Fay Weldon’s new book is told by Frances, Weldon’s imaginary sister — one she would have had if her mother had not had a miscarriage a few years after Weldon was born.
Fay Weldon’s new book is told by Frances, Weldon’s imaginary sister — one she would have had if her mother had not had a miscarriage a few years after Weldon was born. Frances steals a husband from Fay, becomes a successful novelist and finds herself in a changed world in 2013. Oh, and Frances is an unreliable narrator.
Eighty-year-old Frances starts writing the book as bailiffs pound on her door and she hides on the stairs with her grandson. As she looks back on 50 years in Chalcot Crescent, she analyses the motley family she has collected, and as she writes, events of national importance start unfolding in the room above her.
Weldon has created a sinister world of national poverty, suspicion and hopelessness with impressive attention to detail. The Shock and the Crunch have been followed by the Squeeze, the Recovery, the Fall, the Crisis and the Bite. Food is so heavily rationed that a slightly creepy product called National Meat Loaf is the only staple. Surveillance is so pervasive that calling the police is only a matter of going into the street and shouting at cameras. So many houses have been repossessed that whole streets are empty. A firmly benign State controls everything and there is a troubling dynamic between individuals and the State.
Against this backdrop is Frances’s sprawling family, most of whom have no idea who their fathers are. The complex network of relations creates a slight untidiness of plot. We get a scene on one daughter, on another, on a lover, a husband, a grandchild and so on. Some are memories, some present-tense description and sometimes Frances, the old novelist, yields to the temptation to practise her art and writes overt fiction. The helplessness of old age and the timelessness of the pain Frances has picked up on the way are poignant. Moving in and out of time zones is a good way to evoke this, but it comes at the expense of momentum.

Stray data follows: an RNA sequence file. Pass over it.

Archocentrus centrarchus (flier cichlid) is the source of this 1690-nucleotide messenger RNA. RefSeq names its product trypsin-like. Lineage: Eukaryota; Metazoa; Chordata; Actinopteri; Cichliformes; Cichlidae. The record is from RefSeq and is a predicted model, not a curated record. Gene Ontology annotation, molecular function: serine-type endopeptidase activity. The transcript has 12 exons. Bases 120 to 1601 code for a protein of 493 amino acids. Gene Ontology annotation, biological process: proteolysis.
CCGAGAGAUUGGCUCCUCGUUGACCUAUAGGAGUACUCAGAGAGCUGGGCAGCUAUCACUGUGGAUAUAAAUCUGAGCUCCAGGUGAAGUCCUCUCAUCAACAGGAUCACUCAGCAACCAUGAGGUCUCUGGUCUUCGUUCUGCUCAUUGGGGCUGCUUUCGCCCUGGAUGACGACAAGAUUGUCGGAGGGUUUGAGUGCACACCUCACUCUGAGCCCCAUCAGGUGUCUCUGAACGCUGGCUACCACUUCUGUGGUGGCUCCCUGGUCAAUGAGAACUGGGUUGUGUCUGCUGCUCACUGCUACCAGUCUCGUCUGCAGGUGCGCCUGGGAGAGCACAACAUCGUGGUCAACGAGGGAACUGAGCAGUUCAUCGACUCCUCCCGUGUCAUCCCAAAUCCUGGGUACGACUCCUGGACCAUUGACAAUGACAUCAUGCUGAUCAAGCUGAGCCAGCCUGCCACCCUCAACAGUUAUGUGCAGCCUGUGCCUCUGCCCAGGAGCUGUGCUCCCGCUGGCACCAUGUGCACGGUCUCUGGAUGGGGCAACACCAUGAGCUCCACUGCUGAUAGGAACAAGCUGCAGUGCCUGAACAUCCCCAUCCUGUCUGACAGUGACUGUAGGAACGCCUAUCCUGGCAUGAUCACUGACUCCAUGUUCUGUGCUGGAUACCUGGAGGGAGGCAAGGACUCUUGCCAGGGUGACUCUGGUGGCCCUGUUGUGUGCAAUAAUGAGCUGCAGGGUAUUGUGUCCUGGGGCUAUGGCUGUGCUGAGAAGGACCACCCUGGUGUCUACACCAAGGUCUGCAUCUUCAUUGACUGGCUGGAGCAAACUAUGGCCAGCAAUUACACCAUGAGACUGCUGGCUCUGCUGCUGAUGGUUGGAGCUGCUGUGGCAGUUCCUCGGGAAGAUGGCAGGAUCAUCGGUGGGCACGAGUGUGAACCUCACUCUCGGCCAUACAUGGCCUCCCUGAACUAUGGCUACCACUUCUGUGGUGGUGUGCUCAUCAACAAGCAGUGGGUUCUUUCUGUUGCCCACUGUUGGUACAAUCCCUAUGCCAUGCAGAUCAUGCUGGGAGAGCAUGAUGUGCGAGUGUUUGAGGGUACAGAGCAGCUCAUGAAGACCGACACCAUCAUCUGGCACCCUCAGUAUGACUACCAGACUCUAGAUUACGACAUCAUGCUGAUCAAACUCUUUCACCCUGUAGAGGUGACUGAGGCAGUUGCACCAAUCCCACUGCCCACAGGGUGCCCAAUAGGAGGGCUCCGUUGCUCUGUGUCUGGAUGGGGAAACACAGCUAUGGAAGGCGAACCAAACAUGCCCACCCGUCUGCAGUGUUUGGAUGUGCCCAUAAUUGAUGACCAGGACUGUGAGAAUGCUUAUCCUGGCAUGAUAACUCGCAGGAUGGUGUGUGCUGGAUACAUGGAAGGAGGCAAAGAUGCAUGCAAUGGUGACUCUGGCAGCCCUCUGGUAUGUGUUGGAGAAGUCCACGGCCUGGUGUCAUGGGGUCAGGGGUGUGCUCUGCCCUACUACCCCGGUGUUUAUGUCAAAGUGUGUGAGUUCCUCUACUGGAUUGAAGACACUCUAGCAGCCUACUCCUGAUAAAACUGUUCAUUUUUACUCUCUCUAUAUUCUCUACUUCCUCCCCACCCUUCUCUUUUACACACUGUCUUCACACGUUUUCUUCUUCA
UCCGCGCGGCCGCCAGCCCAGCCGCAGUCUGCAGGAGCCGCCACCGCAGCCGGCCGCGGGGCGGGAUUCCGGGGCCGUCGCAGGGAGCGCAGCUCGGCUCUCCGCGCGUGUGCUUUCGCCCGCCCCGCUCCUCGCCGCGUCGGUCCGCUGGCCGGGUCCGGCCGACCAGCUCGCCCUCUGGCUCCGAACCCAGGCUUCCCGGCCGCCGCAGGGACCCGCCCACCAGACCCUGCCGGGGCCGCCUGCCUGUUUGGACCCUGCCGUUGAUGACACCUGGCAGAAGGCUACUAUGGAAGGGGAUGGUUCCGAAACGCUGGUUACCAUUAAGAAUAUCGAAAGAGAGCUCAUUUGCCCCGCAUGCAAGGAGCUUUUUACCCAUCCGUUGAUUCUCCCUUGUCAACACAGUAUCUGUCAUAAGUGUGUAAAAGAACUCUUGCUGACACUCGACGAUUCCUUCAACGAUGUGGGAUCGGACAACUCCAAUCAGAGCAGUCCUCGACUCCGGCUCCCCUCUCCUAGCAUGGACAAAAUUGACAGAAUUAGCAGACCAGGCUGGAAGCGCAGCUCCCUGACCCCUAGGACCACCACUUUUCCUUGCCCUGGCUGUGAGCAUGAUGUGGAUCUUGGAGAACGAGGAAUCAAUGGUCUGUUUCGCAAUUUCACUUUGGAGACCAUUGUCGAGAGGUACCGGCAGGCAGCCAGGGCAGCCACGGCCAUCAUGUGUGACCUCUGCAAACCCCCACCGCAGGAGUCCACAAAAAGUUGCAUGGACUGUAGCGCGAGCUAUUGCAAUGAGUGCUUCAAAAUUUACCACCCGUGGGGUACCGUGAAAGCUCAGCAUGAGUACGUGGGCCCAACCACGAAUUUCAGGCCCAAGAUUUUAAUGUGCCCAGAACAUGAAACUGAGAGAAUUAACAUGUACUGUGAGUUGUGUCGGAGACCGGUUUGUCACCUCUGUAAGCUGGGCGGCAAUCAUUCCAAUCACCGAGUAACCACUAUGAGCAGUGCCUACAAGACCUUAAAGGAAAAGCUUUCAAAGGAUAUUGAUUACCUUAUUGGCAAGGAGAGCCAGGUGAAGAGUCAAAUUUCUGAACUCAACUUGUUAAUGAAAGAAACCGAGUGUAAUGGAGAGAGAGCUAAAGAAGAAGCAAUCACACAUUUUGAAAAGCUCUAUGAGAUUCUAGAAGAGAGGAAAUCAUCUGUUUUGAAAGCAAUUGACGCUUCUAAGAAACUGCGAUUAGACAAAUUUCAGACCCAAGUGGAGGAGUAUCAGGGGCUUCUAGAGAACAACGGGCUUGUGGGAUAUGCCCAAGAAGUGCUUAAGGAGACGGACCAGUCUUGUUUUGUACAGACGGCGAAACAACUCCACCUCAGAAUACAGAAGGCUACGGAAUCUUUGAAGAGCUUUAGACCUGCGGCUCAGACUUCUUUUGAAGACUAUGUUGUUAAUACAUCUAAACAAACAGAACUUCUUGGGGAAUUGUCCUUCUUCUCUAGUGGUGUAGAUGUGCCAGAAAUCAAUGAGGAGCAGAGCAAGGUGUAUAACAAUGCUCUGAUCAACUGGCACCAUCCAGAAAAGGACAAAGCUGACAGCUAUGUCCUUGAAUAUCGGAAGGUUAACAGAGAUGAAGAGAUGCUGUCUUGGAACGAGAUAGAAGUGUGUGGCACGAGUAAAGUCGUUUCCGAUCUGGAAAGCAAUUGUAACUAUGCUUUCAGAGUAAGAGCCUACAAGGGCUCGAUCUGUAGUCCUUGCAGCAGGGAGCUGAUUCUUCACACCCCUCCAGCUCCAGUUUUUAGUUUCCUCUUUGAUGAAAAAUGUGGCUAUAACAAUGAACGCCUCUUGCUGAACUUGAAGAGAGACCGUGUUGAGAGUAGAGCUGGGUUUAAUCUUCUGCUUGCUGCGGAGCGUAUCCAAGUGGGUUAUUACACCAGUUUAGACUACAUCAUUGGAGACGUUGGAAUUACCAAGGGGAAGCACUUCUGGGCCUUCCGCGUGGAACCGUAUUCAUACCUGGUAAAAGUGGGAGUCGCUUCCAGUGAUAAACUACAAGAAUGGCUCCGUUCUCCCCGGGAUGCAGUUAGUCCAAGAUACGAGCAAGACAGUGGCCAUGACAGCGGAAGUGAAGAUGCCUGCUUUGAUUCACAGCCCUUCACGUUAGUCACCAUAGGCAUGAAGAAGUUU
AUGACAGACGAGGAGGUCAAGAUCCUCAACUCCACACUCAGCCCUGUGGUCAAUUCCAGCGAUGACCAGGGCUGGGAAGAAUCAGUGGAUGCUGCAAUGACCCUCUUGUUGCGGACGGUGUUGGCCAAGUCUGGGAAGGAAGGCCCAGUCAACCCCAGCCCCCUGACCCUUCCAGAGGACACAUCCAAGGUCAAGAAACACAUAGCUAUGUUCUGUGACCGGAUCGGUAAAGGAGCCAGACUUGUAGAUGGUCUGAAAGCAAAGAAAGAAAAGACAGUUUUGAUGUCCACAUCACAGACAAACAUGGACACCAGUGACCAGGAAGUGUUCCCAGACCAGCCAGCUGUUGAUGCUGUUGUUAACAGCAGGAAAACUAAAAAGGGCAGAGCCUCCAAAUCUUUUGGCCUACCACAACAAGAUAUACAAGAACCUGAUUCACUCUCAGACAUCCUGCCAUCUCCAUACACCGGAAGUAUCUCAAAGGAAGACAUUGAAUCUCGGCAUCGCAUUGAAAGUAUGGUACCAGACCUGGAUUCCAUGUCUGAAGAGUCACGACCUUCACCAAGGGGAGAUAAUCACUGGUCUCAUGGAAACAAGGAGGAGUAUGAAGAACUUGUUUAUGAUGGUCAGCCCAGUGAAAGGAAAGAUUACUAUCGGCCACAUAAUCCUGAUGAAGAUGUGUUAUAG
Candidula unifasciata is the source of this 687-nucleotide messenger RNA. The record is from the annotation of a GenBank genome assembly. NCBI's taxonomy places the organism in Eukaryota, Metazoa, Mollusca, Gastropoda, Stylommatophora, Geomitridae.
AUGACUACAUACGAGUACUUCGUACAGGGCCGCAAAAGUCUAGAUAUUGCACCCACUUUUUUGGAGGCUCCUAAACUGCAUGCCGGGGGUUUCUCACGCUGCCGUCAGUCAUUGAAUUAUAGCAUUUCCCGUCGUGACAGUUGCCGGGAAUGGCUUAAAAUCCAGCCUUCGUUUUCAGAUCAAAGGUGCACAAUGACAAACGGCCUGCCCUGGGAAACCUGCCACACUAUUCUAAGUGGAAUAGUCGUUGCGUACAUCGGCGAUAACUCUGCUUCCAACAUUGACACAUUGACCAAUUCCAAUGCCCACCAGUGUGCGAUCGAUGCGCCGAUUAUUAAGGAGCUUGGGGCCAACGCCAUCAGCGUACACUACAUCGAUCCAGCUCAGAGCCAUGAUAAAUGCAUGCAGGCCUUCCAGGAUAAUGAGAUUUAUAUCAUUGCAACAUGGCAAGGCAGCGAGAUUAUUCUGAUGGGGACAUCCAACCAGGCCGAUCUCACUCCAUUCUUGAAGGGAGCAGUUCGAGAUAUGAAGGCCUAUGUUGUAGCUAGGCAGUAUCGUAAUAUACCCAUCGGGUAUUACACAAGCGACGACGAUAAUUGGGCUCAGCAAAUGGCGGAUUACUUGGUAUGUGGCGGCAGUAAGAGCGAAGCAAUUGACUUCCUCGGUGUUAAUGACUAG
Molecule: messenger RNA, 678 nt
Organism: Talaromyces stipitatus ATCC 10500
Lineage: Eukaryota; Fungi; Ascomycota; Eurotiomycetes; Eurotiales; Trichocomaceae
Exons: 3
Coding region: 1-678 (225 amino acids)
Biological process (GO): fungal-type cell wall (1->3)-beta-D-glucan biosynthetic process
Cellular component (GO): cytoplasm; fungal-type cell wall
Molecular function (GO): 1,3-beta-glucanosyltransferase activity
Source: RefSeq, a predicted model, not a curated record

Chalcot Crescent is supposed to be a tale of suspense encased in a shrewd study of family relationships. Weldon is often a master of describing relationships. Although she doesn’t go in much for depth of character, she mixes drama and analysis in proportions that make reading her books as enjoyable as a few hours of gossiping. But in Chalcot Crescent the players are very lightly sketched, partly because there are too many of them, and partly by design, as the octogenarian tries to understand her family and work out if she’s being senile or insightful. Merging a study of human motivation into a mystery has left both elements a little flat.
But perhaps that’s the fault of a government interrogator we’re introduced to in the last pages: ‘The interrogator has studied the first draft of this memoir/fiction/diary. He is full of helpful suggestions.’ Chalcot Crescent is the second draft. Uh oh.
This article first appeared in the print edition of The Spectator magazine, dated September 12, 2009Tags: Fiction, History, Mortality, Personal debt